Glioma is the most common form of primary malignant brain tumor in adults, with approximately 4 cases per 100 000 people each year. Gliomas, like many tumors, are thought to primarily metabolize glucose for energy production; however, the reliance upon glycolysis has recently been called into question. In this study, we aimed to identify the metabolic fuel requirements of human glioma cells.
Cytochrome c oxidase is a member of the haem copper oxidase superfamily (HCO). HCOs function as the terminal enzymes in the respiratory chain of mitochondria and aerobic prokaryotes, coupling molecular oxygen reduction to transmembrane proton pumping. Integral to the enzyme’s function is the transfer of electrons from cytochrome c to the oxidase via a transient association of the two proteins. Electron entry and exit are proposed to occur from the same site on cytochrome c. Here we report the crystal structure of the caa3-type cytochrome oxidase from Thermus thermophilus, which has a covalently tethered cytochrome c domain. Crystals were grown in a bicontinuous mesophase using a synthetic short-chain monoacylglycerol as the hosting lipid. From the electron density map, at 2.36 Å resolution, a novel integral membrane subunit and a native glycoglycerophospholipid embedded in the complex were identified. Contrary to previous electron transfer mechanisms observed for soluble cytochrome c, the structure reveals the architecture of the electron transfer complex for the fused cupredoxin/cytochrome c domain, which implicates different sites on cytochrome c for electron entry and exit. Support for an alternative to the classical proton gate characteristic of this HCO class is presented.
Abnormal vascularization of solid tumours results in the development of microenvironments deprived of oxygen and nutrients that harbour slowly growing and metabolically stressed cells. Such cells display enhanced resistance to standard chemotherapeutic agents and repopulate tumours after therapy. Here we identify the small molecule VLX600 as a drug that is preferentially active against quiescent cells in colon cancer 3-D microtissues. The anticancer activity is associated with reduced mitochondrial respiration, leading to bioenergetic catastrophe and tumour cell death. VLX600 shows enhanced cytotoxic activity under conditions of nutrient starvation. Importantly, VLX600 displays tumour growth inhibition in vivo. Our findings suggest that tumour cells in metabolically compromised microenvironments have a limited ability to respond to decreased mitochondrial function, and suggest a strategy for targeting the quiescent populations of tumour cells for improved cancer treatment.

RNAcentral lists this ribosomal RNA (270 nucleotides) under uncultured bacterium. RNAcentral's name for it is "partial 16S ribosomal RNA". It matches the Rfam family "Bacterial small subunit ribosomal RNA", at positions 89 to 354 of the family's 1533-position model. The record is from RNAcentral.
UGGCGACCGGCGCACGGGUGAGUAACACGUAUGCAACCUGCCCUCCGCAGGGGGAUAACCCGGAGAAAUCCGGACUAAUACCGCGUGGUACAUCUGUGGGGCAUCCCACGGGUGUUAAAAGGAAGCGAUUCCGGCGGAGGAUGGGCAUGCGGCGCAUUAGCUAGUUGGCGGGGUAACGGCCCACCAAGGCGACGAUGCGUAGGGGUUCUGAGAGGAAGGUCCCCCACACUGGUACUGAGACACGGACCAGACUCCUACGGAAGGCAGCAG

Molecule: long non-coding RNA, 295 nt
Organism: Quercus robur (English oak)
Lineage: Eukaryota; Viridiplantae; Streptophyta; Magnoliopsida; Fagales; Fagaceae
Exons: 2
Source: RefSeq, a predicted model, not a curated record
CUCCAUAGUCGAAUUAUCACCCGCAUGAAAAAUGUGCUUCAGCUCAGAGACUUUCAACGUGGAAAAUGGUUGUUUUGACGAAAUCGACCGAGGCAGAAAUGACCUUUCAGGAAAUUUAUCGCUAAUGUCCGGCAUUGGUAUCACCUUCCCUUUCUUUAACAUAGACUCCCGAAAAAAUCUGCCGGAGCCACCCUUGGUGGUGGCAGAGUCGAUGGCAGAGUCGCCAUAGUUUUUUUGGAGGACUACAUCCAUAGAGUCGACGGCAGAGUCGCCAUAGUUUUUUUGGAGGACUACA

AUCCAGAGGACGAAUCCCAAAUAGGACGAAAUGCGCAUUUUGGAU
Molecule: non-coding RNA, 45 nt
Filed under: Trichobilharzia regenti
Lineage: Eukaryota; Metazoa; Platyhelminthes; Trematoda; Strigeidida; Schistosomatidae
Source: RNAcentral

The propensity of cancer cells to convert high levels of glucose to lactate through aerobic glycolysis has been intensively studied in vitro, and is now understood to be a metabolic adaptation that shunts glucose carbons toward building blocks for the growing cell, as well as producing ATP. Much less is known, however, about the role of aerobic glycolysis and glycolytic enzymes in vivo. A paper in Cancer and Metabolism now documents aerobic glycolysis in the proliferating neural progenitors that form the cerebellum in normal newborn mice, as well as in medulloblastoma tumors derived from these cells in transgenic mice. Hexokinase II is demonstrated to be an essential driver of the observed aerobic glycolysis and the malignancy of the tumors.See research article: http://www.cancerandmetabolism.com/content/1/½.